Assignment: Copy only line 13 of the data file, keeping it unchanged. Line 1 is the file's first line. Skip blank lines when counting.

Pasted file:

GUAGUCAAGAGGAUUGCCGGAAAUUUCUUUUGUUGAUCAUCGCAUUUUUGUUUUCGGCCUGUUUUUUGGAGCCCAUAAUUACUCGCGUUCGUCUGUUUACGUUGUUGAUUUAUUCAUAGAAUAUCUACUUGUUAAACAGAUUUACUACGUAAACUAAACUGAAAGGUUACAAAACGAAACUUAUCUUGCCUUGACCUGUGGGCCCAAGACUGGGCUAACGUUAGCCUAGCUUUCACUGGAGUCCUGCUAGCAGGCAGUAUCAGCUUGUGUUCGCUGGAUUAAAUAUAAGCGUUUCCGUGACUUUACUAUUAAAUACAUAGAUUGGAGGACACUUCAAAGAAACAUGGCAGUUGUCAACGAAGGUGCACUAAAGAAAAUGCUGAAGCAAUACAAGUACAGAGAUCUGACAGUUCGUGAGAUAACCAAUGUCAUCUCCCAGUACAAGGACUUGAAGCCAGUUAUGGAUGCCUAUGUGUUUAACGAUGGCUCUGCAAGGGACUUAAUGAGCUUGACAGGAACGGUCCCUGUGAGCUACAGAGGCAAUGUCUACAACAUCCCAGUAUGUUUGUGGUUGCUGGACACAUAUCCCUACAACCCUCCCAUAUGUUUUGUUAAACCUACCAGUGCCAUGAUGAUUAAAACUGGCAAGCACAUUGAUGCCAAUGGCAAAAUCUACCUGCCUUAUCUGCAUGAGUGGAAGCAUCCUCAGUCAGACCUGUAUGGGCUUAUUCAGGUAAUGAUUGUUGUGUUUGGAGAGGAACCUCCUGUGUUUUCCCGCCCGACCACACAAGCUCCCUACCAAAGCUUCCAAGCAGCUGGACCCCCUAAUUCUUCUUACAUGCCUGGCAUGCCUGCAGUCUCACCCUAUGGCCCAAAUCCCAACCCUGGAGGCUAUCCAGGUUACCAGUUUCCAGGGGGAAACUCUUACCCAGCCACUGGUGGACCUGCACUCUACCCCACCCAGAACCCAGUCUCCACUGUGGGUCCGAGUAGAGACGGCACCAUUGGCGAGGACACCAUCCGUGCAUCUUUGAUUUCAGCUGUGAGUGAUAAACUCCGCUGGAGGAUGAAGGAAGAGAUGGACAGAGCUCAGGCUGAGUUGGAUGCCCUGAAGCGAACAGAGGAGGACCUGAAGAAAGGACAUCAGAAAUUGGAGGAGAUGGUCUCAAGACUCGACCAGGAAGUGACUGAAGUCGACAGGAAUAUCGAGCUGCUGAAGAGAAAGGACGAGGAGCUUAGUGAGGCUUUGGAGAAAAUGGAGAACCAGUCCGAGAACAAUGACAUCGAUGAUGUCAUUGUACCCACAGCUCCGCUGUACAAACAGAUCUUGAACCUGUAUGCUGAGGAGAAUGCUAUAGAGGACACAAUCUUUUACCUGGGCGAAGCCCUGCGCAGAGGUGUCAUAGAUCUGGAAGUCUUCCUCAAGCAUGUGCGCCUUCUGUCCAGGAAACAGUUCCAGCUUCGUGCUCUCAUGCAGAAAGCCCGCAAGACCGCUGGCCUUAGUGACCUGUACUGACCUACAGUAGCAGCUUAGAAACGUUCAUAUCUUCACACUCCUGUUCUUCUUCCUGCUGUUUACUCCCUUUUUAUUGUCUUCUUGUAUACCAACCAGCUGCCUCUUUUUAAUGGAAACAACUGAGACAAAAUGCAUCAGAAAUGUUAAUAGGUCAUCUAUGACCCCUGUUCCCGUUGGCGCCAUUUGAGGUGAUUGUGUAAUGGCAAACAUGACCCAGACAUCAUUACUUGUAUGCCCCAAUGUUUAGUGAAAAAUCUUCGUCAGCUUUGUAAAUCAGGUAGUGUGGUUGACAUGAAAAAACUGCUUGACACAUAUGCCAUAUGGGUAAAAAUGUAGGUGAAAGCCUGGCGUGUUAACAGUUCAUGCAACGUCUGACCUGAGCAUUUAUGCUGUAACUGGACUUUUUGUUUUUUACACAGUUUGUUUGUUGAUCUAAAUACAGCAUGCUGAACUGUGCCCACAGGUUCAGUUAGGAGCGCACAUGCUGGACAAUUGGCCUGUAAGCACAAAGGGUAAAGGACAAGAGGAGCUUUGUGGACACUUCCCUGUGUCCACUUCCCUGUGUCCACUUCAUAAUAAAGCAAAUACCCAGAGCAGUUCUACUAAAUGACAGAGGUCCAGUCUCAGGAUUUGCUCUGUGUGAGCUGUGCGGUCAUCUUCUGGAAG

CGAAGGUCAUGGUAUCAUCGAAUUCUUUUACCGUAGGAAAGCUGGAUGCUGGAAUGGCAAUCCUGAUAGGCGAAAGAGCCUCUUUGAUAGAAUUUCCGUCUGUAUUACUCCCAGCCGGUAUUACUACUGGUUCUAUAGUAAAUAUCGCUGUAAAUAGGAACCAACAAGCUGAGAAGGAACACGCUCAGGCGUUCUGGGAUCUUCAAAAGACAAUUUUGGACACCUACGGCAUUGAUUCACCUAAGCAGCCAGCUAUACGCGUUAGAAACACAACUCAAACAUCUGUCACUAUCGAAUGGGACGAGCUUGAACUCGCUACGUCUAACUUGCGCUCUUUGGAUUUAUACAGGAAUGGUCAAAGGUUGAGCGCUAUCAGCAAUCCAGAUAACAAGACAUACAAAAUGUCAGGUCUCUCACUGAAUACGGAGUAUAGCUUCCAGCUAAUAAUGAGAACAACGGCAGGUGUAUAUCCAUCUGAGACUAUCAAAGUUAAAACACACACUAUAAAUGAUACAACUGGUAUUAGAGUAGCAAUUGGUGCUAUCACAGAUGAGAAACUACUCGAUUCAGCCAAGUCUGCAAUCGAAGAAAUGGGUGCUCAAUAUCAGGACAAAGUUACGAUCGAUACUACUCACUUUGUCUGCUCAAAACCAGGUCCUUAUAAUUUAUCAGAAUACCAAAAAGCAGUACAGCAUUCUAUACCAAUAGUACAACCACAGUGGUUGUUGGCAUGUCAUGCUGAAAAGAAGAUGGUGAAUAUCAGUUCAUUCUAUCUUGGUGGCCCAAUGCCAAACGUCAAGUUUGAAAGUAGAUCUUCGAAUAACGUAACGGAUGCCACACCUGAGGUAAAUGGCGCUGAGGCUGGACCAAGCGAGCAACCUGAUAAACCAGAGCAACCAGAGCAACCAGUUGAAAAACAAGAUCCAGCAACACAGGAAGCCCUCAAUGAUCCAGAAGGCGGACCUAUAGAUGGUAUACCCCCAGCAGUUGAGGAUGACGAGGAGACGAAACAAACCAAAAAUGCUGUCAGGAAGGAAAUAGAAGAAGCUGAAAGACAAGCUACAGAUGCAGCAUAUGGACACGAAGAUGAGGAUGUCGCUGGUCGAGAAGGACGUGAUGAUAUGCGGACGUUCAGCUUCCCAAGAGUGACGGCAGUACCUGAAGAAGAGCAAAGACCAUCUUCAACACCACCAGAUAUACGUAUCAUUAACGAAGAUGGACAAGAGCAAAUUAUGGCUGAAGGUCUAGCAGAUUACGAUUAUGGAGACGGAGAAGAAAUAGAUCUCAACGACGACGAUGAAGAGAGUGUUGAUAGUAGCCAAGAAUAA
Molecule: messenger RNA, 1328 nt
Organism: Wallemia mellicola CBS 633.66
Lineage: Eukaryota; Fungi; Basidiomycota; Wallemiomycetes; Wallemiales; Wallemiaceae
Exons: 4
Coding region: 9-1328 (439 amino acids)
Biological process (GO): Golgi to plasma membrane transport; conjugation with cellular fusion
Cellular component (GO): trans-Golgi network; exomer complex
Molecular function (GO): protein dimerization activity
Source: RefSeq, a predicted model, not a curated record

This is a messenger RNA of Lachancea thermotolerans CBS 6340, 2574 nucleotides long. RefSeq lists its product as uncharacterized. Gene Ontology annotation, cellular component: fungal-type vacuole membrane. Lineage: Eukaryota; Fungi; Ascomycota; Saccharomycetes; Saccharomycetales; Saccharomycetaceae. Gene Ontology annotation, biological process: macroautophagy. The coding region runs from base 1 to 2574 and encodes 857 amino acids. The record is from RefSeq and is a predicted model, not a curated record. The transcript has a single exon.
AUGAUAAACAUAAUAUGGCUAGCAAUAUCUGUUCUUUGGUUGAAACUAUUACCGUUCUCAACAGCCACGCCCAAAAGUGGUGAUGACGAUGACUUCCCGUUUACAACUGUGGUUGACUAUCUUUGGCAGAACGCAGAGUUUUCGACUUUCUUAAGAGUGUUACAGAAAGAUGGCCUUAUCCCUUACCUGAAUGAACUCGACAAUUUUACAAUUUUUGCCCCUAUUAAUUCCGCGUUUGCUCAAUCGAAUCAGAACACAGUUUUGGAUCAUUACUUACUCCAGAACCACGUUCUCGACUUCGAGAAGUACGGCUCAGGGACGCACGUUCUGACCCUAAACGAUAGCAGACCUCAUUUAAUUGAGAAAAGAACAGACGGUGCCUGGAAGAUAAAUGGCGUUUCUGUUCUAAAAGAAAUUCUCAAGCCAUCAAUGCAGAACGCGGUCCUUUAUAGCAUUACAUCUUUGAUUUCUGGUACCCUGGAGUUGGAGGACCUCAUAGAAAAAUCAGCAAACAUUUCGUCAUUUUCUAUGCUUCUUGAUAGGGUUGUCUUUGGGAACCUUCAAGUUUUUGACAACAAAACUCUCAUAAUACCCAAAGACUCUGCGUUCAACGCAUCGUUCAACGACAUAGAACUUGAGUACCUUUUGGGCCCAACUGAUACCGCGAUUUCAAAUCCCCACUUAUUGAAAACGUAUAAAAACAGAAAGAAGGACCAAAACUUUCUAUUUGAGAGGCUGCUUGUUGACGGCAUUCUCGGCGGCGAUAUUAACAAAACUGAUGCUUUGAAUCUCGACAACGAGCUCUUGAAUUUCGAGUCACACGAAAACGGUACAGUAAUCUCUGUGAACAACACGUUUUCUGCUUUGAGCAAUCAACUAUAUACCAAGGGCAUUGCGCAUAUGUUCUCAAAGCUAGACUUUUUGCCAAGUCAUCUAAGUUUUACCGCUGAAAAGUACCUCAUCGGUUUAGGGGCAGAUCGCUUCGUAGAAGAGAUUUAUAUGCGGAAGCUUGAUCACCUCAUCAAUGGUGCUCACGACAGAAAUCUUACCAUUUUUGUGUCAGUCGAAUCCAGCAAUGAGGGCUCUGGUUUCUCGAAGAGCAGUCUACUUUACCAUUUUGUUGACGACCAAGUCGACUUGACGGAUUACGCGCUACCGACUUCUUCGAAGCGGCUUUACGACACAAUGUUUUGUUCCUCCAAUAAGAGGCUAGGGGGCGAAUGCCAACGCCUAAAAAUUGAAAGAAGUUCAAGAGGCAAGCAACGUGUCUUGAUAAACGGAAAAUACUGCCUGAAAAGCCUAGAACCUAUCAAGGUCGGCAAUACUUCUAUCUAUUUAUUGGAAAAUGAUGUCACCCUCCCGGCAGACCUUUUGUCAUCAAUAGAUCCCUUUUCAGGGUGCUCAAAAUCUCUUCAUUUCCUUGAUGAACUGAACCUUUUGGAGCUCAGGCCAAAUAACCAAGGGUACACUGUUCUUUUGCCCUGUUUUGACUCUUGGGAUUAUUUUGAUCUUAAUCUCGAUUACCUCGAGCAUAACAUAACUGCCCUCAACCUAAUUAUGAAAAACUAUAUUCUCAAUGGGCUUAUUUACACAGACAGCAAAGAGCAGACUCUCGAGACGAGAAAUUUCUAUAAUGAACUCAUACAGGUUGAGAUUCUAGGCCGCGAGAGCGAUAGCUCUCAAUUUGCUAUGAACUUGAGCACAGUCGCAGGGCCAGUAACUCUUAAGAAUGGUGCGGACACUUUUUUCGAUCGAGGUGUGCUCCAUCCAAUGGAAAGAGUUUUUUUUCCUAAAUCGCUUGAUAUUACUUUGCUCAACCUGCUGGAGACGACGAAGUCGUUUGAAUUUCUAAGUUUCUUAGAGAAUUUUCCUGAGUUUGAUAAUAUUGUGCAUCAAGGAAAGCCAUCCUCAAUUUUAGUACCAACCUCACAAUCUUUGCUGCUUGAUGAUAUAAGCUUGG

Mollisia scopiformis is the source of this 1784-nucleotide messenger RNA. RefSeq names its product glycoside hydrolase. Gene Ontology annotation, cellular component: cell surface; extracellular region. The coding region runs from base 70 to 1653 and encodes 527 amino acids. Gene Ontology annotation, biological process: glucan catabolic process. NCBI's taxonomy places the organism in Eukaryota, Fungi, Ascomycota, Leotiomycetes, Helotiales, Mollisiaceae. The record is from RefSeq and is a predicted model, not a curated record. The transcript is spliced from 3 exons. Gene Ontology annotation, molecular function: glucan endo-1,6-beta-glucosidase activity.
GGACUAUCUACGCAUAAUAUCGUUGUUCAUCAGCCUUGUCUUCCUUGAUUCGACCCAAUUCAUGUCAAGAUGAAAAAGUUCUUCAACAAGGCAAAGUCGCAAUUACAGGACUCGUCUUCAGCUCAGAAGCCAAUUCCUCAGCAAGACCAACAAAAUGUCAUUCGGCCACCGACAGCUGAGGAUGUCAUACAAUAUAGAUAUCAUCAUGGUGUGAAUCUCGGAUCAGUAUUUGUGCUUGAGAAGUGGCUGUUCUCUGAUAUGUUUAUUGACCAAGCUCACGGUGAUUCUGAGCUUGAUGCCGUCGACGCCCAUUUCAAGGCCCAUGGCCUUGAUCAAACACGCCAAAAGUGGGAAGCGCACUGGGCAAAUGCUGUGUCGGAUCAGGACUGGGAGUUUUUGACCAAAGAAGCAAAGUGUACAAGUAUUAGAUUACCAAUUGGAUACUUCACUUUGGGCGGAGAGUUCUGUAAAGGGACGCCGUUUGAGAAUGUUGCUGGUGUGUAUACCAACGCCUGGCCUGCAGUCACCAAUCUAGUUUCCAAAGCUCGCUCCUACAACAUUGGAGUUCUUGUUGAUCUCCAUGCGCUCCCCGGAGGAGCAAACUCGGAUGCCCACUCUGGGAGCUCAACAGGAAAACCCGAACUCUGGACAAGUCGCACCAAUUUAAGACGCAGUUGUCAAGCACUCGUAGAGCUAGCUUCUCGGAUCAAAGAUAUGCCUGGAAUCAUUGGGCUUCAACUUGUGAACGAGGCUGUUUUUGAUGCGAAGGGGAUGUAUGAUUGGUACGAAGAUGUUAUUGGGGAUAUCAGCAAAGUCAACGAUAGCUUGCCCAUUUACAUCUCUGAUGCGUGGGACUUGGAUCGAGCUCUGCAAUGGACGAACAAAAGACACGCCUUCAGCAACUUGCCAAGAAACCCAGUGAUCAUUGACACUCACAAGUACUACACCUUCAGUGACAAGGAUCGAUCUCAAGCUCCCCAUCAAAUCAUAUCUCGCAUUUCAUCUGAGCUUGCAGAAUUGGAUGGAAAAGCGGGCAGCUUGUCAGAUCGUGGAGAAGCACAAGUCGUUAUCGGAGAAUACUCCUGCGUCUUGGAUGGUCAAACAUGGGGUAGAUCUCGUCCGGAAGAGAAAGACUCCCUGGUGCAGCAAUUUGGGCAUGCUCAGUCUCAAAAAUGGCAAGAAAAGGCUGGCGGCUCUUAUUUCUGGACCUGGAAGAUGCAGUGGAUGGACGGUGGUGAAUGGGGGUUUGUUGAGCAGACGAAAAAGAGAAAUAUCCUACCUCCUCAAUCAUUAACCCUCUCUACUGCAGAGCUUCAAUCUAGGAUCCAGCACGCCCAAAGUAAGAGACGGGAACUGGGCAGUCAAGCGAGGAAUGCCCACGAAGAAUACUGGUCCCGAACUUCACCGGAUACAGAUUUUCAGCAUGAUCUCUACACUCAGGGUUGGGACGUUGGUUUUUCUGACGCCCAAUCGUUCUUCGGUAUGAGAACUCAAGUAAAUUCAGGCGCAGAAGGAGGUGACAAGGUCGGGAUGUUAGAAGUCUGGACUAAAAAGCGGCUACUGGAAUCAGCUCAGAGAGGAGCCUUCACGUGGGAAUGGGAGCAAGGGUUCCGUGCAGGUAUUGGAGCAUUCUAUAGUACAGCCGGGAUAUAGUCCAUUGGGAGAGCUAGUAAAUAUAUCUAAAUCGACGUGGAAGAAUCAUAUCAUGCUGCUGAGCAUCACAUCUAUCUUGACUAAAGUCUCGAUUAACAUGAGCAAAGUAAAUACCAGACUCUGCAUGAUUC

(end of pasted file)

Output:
AUGAUAAACAUAAUAUGGCUAGCAAUAUCUGUUCUUUGGUUGAAACUAUUACCGUUCUCAACAGCCACGCCCAAAAGUGGUGAUGACGAUGACUUCCCGUUUACAACUGUGGUUGACUAUCUUUGGCAGAACGCAGAGUUUUCGACUUUCUUAAGAGUGUUACAGAAAGAUGGCCUUAUCCCUUACCUGAAUGAACUCGACAAUUUUACAAUUUUUGCCCCUAUUAAUUCCGCGUUUGCUCAAUCGAAUCAGAACACAGUUUUGGAUCAUUACUUACUCCAGAACCACGUUCUCGACUUCGAGAAGUACGGCUCAGGGACGCACGUUCUGACCCUAAACGAUAGCAGACCUCAUUUAAUUGAGAAAAGAACAGACGGUGCCUGGAAGAUAAAUGGCGUUUCUGUUCUAAAAGAAAUUCUCAAGCCAUCAAUGCAGAACGCGGUCCUUUAUAGCAUUACAUCUUUGAUUUCUGGUACCCUGGAGUUGGAGGACCUCAUAGAAAAAUCAGCAAACAUUUCGUCAUUUUCUAUGCUUCUUGAUAGGGUUGUCUUUGGGAACCUUCAAGUUUUUGACAACAAAACUCUCAUAAUACCCAAAGACUCUGCGUUCAACGCAUCGUUCAACGACAUAGAACUUGAGUACCUUUUGGGCCCAACUGAUACCGCGAUUUCAAAUCCCCACUUAUUGAAAACGUAUAAAAACAGAAAGAAGGACCAAAACUUUCUAUUUGAGAGGCUGCUUGUUGACGGCAUUCUCGGCGGCGAUAUUAACAAAACUGAUGCUUUGAAUCUCGACAACGAGCUCUUGAAUUUCGAGUCACACGAAAACGGUACAGUAAUCUCUGUGAACAACACGUUUUCUGCUUUGAGCAAUCAACUAUAUACCAAGGGCAUUGCGCAUAUGUUCUCAAAGCUAGACUUUUUGCCAAGUCAUCUAAGUUUUACCGCUGAAAAGUACCUCAUCGGUUUAGGGGCAGAUCGCUUCGUAGAAGAGAUUUAUAUGCGGAAGCUUGAUCACCUCAUCAAUGGUGCUCACGACAGAAAUCUUACCAUUUUUGUGUCAGUCGAAUCCAGCAAUGAGGGCUCUGGUUUCUCGAAGAGCAGUCUACUUUACCAUUUUGUUGACGACCAAGUCGACUUGACGGAUUACGCGCUACCGACUUCUUCGAAGCGGCUUUACGACACAAUGUUUUGUUCCUCCAAUAAGAGGCUAGGGGGCGAAUGCCAACGCCUAAAAAUUGAAAGAAGUUCAAGAGGCAAGCAACGUGUCUUGAUAAACGGAAAAUACUGCCUGAAAAGCCUAGAACCUAUCAAGGUCGGCAAUACUUCUAUCUAUUUAUUGGAAAAUGAUGUCACCCUCCCGGCAGACCUUUUGUCAUCAAUAGAUCCCUUUUCAGGGUGCUCAAAAUCUCUUCAUUUCCUUGAUGAACUGAACCUUUUGGAGCUCAGGCCAAAUAACCAAGGGUACACUGUUCUUUUGCCCUGUUUUGACUCUUGGGAUUAUUUUGAUCUUAAUCUCGAUUACCUCGAGCAUAACAUAACUGCCCUCAACCUAAUUAUGAAAAACUAUAUUCUCAAUGGGCUUAUUUACACAGACAGCAAAGAGCAGACUCUCGAGACGAGAAAUUUCUAUAAUGAACUCAUACAGGUUGAGAUUCUAGGCCGCGAGAGCGAUAGCUCUCAAUUUGCUAUGAACUUGAGCACAGUCGCAGGGCCAGUAACUCUUAAGAAUGGUGCGGACACUUUUUUCGAUCGAGGUGUGCUCCAUCCAAUGGAAAGAGUUUUUUUUCCUAAAUCGCUUGAUAUUACUUUGCUCAACCUGCUGGAGACGACGAAGUCGUUUGAAUUUCUAAGUUUCUUAGAGAAUUUUCCUGAGUUUGAUAAUAUUGUGCAUCAAGGAAAGCCAUCCUCAAUUUUAGUACCAACCUCACAAUCUUUGCUGCUUGAUGAUAUAAGCUUGG